Andrew Holleran

Discussion in 'the Entertainment Spot' started by Alber Elbaz, Nov 26, 2009.

  1. Alber Elbaz

    Alber Elbaz New Member

    Oct 13, 2007
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    Andrew Holleran is the pseudonym of Eric Garber (born 1944), a novelist, essayist, and short story writer. He is a prominent novelist of post-Stonewall gay literature. He was a member of the The Violet Quill, a gay writer's group that met briefly from 1980-81. The Violet Quill included other prolific gay writers like Edmund White and Felice Picano. Holleran, who has historically been very protective of his privacy, uses "Andrew Holleran" as his pseudonym.
    Dancer from the Dance, his first novel, was published in 1978. Its narrative takes place among the discotheques of New York City and Fire Island, although it is Fire Island, with its literal distance from the mainland, that provides a pivotal backdrop for the novel. Dancer shares many of its locales, as well as its themes, with the acid, satirical Faggots, Larry Kramer's novel, which was published in the same year. The novels make a fascinating comparison: Holleran's is rarefied, literary, and dream-like, while Kramer's is satirical, biting, and humorous.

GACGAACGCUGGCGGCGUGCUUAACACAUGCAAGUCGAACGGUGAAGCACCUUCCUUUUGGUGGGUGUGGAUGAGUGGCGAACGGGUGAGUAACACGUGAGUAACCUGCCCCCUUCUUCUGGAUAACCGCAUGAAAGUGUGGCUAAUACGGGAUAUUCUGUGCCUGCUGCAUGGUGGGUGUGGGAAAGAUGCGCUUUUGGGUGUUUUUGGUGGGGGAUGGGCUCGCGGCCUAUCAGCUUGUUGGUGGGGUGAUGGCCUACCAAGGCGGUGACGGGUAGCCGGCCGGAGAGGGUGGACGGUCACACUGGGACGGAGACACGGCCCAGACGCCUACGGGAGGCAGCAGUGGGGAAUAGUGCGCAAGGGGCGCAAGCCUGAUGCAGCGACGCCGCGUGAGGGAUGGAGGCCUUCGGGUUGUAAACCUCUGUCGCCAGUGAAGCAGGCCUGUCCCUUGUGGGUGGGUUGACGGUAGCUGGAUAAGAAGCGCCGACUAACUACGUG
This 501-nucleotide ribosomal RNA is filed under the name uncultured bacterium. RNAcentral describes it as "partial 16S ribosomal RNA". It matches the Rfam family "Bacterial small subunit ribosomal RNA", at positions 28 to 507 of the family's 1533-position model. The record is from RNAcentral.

Holleran's second novel was Nights in Aruba, and his third is titled The Beauty of Men. Holleran's latest novel Grief: a Novel received the 2007 Stonewall Book Award.
    Holleran teaches creative writing at American University in Washington, DC, and he continues to publish short fiction in gay short story collections like M2M: New Literary Fiction and frequently publishes articles in The Gay and Lesbian Review

    Works -
    Dancer from the Dance (1978)
    Nights in Aruba (1983)
    Ground Zero, essays (1988)
    The Beauty of Men (1996)
    In September, The Light Changes, stories (1999)
    Grief: a Novel (2006)

    Source: Mini-Biography from Wikipedia, Picture from New York Times

    I really can't believe this man isn't more well-known! I was trying to find "The Beauty of Men" today, and every clerk at the bookstore had no idea of his huge contribution to literature - gay literature, and the entire body of literature throughout history, much less who he was! Hands down, one of the best writers of our time.

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